IT provision in primary school is notoriously difficult to get right.
Most primaries can’t afford in-house professional network expertise, so how do you negotiate the shark-infested waters of IT services? Before spending a penny, define your needs in the following areas:
The most important thing is to write your own strategic IT vision before speaking to any external suppliers. It doesn’t need to detail the technical how and where – it should just present a general vision of what you want e-learning and IT to look like in your school over the next five or so years. If in doubt, look to what the business world is doing and assume that education will generally follow about three to five years behind.
Find out what hardware your potential suppliers will recommend for you. Remember that most businesses are moving to cloud storage, resulting in less need for costly on-site data storage. Tech moves quickly, so don’t commit to anything for more than two to three years.
Be very clear about the need for absolute security in terms of data protection and safeguarding. Any content filtering needs to be secure, flexible and context-driven – an off-the-shelf solution won’t be enough.
Check your liability for breaches, and familiarise yourself with the new general data protection regulation – the ICO has a useful guide.
You’re unlikely to be anyone’s biggest customer, so find out what happens to you if the supplier gets a better contract or if they go bust. Don’t rely on a single point of contact who knows your school really well – what happens if they leave? Beware also of any ‘brand-specific’ contracts.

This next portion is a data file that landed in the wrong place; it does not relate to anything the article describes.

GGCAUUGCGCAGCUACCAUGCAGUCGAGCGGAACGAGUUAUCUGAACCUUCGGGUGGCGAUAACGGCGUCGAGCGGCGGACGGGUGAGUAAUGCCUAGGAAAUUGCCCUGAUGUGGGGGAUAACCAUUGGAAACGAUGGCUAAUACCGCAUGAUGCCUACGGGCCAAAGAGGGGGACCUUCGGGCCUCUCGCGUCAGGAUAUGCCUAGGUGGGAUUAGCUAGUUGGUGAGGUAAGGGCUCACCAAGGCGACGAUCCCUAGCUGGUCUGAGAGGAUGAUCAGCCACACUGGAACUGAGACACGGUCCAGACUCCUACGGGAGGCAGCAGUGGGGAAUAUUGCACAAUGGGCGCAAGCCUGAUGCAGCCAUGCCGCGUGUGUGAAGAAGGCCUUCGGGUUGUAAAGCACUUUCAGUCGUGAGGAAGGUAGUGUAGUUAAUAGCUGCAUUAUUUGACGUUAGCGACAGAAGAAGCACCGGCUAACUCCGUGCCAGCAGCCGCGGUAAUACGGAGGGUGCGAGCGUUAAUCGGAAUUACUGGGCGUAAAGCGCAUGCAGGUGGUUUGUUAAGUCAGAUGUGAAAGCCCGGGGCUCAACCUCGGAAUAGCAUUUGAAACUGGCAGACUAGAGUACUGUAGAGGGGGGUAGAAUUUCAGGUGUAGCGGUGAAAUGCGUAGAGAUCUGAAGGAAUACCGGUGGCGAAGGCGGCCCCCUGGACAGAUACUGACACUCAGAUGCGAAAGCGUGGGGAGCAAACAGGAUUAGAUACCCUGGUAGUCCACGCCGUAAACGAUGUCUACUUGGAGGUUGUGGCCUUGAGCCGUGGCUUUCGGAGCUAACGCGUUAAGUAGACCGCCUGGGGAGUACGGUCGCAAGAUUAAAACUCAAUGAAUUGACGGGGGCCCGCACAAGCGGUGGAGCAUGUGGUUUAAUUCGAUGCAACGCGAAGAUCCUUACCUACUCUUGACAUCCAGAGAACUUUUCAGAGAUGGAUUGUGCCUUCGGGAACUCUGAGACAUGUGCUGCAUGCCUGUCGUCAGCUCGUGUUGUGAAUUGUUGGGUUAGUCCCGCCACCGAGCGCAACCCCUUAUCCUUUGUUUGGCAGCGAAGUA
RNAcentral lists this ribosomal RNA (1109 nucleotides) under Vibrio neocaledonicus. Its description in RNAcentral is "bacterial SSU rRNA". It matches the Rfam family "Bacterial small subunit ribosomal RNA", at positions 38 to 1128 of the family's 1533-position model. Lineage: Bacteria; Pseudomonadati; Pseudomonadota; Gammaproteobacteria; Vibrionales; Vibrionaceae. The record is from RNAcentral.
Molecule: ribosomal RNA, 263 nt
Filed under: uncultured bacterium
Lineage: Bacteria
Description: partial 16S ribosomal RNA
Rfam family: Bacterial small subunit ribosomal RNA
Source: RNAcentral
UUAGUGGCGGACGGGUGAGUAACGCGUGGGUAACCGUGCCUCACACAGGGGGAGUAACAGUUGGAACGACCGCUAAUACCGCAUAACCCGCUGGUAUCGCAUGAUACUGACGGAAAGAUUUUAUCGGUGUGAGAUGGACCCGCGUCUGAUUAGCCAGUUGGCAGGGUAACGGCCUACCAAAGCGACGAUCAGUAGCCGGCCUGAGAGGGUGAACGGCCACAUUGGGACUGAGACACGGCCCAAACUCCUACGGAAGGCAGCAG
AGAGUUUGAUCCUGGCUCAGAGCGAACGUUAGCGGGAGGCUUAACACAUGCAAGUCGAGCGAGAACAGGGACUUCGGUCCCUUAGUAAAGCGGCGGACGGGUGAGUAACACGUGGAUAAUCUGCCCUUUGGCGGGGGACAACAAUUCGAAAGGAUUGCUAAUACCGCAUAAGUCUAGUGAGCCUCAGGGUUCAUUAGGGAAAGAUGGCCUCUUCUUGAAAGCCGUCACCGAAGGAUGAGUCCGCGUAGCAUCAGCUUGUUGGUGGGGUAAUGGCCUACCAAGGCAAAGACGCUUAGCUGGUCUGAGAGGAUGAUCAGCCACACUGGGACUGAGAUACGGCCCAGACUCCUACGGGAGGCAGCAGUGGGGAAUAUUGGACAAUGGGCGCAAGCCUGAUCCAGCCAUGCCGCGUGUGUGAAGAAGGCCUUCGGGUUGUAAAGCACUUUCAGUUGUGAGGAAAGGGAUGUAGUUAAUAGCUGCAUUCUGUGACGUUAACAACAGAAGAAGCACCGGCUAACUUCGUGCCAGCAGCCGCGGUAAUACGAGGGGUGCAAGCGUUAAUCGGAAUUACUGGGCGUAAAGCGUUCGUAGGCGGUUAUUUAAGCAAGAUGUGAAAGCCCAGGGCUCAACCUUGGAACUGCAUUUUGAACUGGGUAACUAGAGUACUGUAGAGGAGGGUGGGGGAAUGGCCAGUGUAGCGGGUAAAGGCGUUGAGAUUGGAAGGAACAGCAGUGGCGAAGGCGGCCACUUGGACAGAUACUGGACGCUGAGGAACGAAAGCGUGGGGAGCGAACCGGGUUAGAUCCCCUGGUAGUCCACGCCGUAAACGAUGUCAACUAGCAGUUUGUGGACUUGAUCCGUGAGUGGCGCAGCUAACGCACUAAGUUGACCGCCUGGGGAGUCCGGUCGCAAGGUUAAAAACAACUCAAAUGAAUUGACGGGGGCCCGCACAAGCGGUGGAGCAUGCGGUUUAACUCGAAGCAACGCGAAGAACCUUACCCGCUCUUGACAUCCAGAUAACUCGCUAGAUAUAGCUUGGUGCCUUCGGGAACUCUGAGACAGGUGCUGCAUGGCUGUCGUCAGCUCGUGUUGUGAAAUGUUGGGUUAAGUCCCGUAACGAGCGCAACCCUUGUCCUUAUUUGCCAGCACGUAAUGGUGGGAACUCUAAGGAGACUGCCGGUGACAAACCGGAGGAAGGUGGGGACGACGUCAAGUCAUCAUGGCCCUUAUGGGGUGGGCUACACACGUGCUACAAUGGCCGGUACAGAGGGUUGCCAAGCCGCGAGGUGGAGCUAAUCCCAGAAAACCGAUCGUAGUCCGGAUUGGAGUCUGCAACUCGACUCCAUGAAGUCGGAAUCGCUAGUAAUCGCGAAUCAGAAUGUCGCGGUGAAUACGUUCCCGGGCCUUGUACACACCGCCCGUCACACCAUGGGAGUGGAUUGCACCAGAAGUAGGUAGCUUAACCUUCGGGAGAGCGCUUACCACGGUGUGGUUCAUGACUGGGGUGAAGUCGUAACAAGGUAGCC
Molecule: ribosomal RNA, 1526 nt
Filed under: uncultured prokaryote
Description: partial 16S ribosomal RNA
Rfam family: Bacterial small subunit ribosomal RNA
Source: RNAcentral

Ensure the supplier understands and can demonstrate the need to match your devices to your infrastructure. There’s no point in buying 30 iPads if your WiFi and broadband can’t cope with the extra traffic.
When things go wrong, how quickly can they get to you? Check the service-level agreement for response times and penalties, and don’t be sold any products reliant on highly specialist support. Always go for off-the-shelf, big brand solutions that can be supported by any IT provider; avoid situations where you’ll be reliant on just one provider.
Ask a friendly expert to look over any proposals before you sign up – maybe a governor or parent who works in the industry. Google for online forums and user groups relating to the products you’re considering.
Alternatively, you could do worse than talk to your local secondary about their ability to support you. They’ll probably already be doing all the things you want to on a bigger scale, and could well be the most cost-effective and supportive option you’ll find.